Rules of the Ecclesiastical Court of Justice

causa ecclesiae publicus aqui paratur; et summa est ratio quae pro religione facit The cause of the Church is equal to public cause, and paramount is the reason which makes for religion


The Rules of this church tribunal mentioned here are inspired by the Word of God as revealed in the Holy Bible consisting of the Old Testament and the New Testament. In many areas of these Rules, we prayerfully expect to invoke the wisdom of Solomon in 1 Kings 3:16 when two/women claimed possession of the same child. The Word of God teaches us that there is nothing new under the sun, therefore, everything that has happened, that which is happening, and all that will happen has a scriptural reference point. Prayerfully, this will render the decision-making process in this tribunal, such as ours, a meaningful and worthy effort to dispense justice as God would expect it from us in the face of great adversity and travails that America is facing today with issues relating to same sex marriage, abortion, church-state relations, civil rights, and other equally important, yet difficult to manage social, economic, political and cultural rights juxtaposed with immunities, privileges, and powers.

These Rules are designed to give clarity to justice and law and to discover the truth as far as facts and issues relating to the case at hand.

Rule 1

  1. A Complainant or Aggrieved Party, hereafter "CAP", who is a member of any church or religious organization within the State of Washington, may bring an action before the Ecclesiastical Court of Justice, hereafter "ECJ", by conforming to the Form ECJ 1 as it appears hereunder.

  2. The CAP shall notify the ECJ with a filing fee of $500.00 and notify the party he or she is complaining against, hereafter "PCA", by certified mail, if the PCA is a member of any church or religious organization within the State of Washington.

  3. Proof of service shall be required. Personal service by process servers and others shall not be mandatory.

  4. Form ECJ 1
(sample format)

My name is ___________________________________

My address is _________________________________

I am employed as a ______________________________

My employer’s name is___________________________

  1. Briefly describe the circumstances surrounding the reason why you have sought ECJ’s assistance in resolving this matter. Use a separate sheet of paper.

  2. What relief are you seeking: (e.g. I want the other party to return my money; I want the other party to pay for the damage to my property; I want the other party to stop harassing me, etc.)

  3. The CAP may amend his/her claim or complaint as and when new evidence or proof is occasioned, and request for a continuance or change of date of hearing. The PCA must be so informed at the same time as the ECJ is informed of such amended claim or complaint.

  4. Residents of other states may apply to ECJ to adjudicate disputes or controversies.

Rule 2

  1. The PCA shall respond to the Form ECJ 1 within fourteen days and send a copy of the response to the CAP.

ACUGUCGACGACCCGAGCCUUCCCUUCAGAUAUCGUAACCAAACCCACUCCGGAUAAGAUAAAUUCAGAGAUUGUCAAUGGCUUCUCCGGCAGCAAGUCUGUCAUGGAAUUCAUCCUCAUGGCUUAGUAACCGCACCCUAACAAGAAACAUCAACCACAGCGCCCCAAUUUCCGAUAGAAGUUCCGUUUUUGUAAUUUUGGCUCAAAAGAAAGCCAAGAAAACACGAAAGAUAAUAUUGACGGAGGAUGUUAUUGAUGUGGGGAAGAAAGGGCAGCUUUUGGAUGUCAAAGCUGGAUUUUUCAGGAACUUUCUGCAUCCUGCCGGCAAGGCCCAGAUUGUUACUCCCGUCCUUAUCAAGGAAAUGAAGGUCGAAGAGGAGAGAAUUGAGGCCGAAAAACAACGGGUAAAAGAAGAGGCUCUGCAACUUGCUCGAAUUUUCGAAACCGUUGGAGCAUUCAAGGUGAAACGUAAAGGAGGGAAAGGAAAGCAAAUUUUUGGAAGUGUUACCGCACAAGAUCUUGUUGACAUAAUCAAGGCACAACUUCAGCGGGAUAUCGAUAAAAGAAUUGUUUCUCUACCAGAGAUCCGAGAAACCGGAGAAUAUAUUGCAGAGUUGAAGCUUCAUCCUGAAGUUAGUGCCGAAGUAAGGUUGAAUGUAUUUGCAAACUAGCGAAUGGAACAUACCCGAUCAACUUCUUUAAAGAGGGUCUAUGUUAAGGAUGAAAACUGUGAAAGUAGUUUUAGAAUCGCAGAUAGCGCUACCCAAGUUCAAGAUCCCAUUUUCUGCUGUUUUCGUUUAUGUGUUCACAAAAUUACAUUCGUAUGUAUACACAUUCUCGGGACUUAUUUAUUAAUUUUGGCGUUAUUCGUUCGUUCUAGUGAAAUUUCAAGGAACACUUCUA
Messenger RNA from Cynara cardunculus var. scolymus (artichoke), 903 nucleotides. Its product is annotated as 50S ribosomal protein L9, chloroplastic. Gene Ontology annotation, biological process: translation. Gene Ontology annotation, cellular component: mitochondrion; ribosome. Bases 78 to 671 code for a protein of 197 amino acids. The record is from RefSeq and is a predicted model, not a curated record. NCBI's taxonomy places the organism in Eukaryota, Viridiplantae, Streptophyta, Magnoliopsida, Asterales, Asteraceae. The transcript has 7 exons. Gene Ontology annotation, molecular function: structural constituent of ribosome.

2. The ECJ shall appoint a date for the hearing. The PCA and the CAP shall be informed accordingly. The CAP and the PCA may bring any and all relevant documents and witnesses to support their argument at the hearing.

  3. Names, addresses and telephone numbers of the witnesses shall be furnished to the ECJ.

  4. The witnesses shall write a brief statement to the ECJ outlining the extent of their knowledge of the dispute that is to be adjudicated prior to the date of hearing.

Rule 3

  1. Lawyers may represent the parties provided they are familiar with the Holy Bible and secular law.

  2. Secular law refers to those state and federal statutes that may affect religion, religious beliefs and religious freedom. Statutes such as:
    1. the Religious Freedom Restoration Act of 1993 (RFRA) — to protect free exercise of religion. A congressional prize offered to religious freedom after Employment Division v. Smith, 494 U.S. 872, 884 (1990) took that gift away.

    2. the Religious Land Use and Institutionalized Persons Act of 2000 (RLUIPA) — to protect religious liberty;

    3. RCW 84.36.020 (Real and property tax exemption for all lands, buildings and personal property required for the administration of churches);

    4. Title 26, USC, Section 508(c)(1)(A) mandatory exceptions from taxation of churches, their integrated auxiliar ies, and conventions or associations of churches;

    5. Title 26 USC, Section 6033 relating to exceptions from filing tax returns of churches, their integrated auxiliaries, and conventions or associations of churches;

    6. RCW 24.12 010 — corporations sole — church and religious organizations are legally able to establish trusts
  1. At the hearing, the CAP shall present his or her case first. The CAP shall adhere to stating the facts only. No opinions, hearsay statements or speculations shall be encouraged. You may take as long as you like to present your case provided you state the facts only. The facts you state shall be strictly those that you have mentioned in Form ECJ 1. In the event you change your facts, an amended Form ECJ 1 shall be required and the case postponed for a further hearing for the PCA to respond.